It’s warm and sunny, and you’ve spent the better part of the 15 months indoors and isolated. Which is to say, you probably don’t want to spend a whole lot of time thinking about skin cancer. But a moment of consideration now – especially now, on the cusp of summer – can make all the difference.
That’s because, for as prevalent as skin cancer is – it’s the most common kind of cancer in the United States and worldwide – it’s easily preventable and treatment is extremely effective. As long as it’s caught in its earliest stages.
The first line of defense
Critical to ensuring a timely diagnosis is scheduling an annual skin check with a board-certified dermatologist. (Check out my last post to learn more about what you can expect during the appointment.) But that’s not the full extent of it. During the months in between, you should be conducting your own skin checks. After all, no one’s as familiar with your skin as you are.
Never done one? Here’s how you should go about it.
First and foremost, if you haven’t taken a close look at yourself in a mirror in a while – all of your self – do it now. It’s important that you familiarize yourself with every mole, freckle, and spot because change is the number one warning sign. If you notice something new or changing, take note and have it evaluated by a dermatologist.
Fun fact about moles: We’re born with all of our moles, and they all come out around age 30. So, the appearance of new one later on should raise suspicion. In fact, two-thirds of melanoma are believed to come from new moles.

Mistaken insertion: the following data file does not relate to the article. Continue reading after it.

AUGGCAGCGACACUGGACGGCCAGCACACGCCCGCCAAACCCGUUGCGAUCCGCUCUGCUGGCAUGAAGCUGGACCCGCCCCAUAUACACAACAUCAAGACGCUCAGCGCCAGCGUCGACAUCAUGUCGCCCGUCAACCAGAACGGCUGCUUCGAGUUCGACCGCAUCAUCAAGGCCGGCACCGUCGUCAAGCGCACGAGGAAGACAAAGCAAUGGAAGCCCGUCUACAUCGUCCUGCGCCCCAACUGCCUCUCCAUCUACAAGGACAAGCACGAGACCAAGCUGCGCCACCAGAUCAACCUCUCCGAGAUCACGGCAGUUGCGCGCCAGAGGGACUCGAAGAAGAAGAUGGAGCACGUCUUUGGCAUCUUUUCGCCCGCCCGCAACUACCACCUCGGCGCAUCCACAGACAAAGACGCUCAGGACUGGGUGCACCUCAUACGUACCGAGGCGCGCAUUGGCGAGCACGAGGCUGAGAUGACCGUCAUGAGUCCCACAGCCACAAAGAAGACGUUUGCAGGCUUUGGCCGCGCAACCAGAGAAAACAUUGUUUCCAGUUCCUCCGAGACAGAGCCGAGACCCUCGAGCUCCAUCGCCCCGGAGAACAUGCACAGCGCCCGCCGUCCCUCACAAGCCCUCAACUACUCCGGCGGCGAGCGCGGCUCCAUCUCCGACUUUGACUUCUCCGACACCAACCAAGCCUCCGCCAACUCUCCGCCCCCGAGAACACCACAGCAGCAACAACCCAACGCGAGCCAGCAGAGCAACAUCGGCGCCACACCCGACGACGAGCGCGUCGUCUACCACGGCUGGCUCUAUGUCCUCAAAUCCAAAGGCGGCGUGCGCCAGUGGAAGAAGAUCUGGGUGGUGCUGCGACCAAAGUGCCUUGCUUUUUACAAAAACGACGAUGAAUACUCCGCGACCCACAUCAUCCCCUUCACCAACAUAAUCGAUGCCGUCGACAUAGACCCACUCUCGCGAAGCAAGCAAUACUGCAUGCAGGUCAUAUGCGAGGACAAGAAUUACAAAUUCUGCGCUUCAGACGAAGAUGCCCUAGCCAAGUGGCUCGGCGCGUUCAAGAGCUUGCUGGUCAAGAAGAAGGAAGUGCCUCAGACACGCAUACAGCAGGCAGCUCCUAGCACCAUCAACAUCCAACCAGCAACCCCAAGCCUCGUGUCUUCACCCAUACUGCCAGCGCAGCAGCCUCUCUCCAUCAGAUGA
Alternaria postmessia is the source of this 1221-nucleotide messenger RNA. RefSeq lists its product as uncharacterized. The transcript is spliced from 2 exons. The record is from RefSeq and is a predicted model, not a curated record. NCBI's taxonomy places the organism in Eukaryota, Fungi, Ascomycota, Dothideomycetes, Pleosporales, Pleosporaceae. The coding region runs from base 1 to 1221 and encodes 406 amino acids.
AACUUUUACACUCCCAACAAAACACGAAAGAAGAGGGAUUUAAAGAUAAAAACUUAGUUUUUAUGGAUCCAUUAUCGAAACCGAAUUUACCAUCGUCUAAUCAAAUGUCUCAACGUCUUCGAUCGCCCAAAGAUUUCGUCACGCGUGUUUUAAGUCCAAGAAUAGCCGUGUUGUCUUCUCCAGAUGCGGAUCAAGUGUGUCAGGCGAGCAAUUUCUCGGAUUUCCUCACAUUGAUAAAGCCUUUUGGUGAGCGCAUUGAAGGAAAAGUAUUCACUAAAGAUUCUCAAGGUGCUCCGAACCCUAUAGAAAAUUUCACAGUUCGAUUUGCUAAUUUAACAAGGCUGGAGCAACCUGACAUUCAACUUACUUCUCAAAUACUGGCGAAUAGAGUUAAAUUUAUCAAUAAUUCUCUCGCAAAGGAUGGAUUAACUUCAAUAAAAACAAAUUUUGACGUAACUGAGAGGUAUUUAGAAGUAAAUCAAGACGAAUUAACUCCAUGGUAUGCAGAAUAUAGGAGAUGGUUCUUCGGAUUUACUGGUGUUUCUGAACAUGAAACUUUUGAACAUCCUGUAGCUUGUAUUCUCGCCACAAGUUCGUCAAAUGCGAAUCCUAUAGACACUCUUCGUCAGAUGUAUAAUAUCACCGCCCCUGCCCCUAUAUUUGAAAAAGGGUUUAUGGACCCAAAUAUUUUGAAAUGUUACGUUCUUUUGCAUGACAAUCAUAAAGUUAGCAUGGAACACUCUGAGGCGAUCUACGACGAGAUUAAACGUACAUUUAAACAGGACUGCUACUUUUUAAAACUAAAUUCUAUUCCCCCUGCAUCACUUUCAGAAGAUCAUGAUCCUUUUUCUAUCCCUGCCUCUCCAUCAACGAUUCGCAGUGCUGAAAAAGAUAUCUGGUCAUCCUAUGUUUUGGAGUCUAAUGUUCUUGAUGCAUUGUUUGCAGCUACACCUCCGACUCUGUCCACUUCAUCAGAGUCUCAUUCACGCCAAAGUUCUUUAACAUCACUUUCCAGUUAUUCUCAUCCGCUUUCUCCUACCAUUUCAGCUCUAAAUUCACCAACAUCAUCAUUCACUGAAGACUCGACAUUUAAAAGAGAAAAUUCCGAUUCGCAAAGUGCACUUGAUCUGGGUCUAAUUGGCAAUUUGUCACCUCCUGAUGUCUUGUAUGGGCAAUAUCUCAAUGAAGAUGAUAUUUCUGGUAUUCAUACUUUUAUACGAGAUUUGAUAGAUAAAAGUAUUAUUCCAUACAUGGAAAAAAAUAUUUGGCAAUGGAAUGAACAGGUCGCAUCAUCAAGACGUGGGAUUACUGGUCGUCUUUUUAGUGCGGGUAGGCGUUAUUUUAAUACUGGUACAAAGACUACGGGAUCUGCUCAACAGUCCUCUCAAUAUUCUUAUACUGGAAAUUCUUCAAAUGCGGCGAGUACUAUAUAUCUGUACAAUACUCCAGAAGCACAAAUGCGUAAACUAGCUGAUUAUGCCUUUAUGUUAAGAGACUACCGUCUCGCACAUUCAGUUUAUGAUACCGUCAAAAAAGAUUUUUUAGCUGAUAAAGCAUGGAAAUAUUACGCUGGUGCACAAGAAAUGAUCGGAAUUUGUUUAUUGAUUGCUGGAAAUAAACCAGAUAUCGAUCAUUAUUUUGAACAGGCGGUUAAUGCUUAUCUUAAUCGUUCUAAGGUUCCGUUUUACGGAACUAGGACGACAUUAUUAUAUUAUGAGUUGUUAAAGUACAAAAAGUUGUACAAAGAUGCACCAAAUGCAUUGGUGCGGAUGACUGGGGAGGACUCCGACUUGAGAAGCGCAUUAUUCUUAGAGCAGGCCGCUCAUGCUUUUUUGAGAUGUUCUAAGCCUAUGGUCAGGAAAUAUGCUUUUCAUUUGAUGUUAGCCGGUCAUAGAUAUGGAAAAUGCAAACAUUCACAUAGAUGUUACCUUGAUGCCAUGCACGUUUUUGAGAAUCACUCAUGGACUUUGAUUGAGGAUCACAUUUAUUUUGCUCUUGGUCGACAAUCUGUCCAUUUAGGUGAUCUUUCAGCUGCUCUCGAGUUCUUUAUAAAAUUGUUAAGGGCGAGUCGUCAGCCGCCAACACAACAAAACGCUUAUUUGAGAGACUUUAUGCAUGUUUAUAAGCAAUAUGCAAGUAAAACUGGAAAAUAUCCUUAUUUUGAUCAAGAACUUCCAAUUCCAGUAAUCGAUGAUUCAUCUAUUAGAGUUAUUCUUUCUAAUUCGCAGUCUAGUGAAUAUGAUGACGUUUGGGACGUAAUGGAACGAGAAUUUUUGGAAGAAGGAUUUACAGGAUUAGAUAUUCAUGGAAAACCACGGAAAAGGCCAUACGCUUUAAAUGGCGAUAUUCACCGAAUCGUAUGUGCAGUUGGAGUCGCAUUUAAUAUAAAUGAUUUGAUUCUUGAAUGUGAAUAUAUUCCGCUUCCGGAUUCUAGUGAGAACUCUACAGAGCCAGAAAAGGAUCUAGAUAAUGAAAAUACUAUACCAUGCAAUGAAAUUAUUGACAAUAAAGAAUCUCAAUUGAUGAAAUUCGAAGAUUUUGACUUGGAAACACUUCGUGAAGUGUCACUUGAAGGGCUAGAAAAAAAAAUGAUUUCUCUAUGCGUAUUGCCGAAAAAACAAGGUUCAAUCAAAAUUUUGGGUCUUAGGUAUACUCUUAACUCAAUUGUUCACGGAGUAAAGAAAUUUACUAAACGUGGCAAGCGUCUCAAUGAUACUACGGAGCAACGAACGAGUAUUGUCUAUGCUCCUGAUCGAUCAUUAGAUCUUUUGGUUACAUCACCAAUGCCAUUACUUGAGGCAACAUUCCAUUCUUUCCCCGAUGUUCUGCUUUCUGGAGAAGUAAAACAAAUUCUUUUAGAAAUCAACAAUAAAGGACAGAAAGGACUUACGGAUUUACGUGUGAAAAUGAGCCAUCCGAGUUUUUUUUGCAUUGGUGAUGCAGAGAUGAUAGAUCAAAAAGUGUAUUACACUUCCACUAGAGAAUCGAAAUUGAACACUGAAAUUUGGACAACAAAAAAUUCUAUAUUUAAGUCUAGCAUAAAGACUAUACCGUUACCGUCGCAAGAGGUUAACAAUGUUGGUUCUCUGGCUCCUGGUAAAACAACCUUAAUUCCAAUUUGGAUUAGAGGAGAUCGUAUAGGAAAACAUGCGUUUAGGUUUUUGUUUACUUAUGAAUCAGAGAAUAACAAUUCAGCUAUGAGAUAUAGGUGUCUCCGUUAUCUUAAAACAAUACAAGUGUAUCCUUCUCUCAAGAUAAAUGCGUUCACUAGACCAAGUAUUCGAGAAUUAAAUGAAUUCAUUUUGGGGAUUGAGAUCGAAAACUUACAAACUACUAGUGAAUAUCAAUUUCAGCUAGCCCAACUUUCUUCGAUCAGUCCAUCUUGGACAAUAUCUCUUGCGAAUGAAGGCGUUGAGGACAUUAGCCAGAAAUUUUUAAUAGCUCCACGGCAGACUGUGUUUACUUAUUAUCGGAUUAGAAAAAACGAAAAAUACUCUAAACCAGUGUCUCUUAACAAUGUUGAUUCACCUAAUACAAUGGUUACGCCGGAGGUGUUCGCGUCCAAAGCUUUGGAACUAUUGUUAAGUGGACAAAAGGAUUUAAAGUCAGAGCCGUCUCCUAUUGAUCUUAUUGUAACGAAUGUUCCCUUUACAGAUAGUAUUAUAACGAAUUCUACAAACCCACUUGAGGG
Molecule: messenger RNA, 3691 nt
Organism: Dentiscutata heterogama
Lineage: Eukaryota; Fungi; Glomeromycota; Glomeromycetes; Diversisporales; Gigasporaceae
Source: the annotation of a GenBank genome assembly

What to look for
To make sure your self-skin check is thorough, position yourself in front of a large mirror. You’re also going to need a handheld mirror to help with the hard-to-see spots. Or you can photograph those spots with your phone. And make sure the area is well lit.
Don’t assume that just because a part of your body never sees the light of day, it’s not worth examining. About 10% of skin cancers are not caused by the sun.
Scanning your scalp, face, hands, arms, torso, back, legs, and feet, look for moles that may feel itchy or appear inflamed or somewhat pink. Each of those is a concerning symptom. If there’s a mole that doesn’t look like the others – maybe it’s black when the others around it are lightly pigmented – that’s potentially problematic, too.
For those with darker skin tones, pay particular attention to the tops and bottoms of your hands and feet. A type of melanoma, acral lentiginous melanoma, found on the hands and feet, appears to be influenced more by genetics than exposure to the sun.
The first time you do a self-skin check, you’re essentially creating a baseline. With subsequent checks – you should be doing them monthly, at least – you’ll be able to see new moles or spots and appreciate changes to existing ones more easily.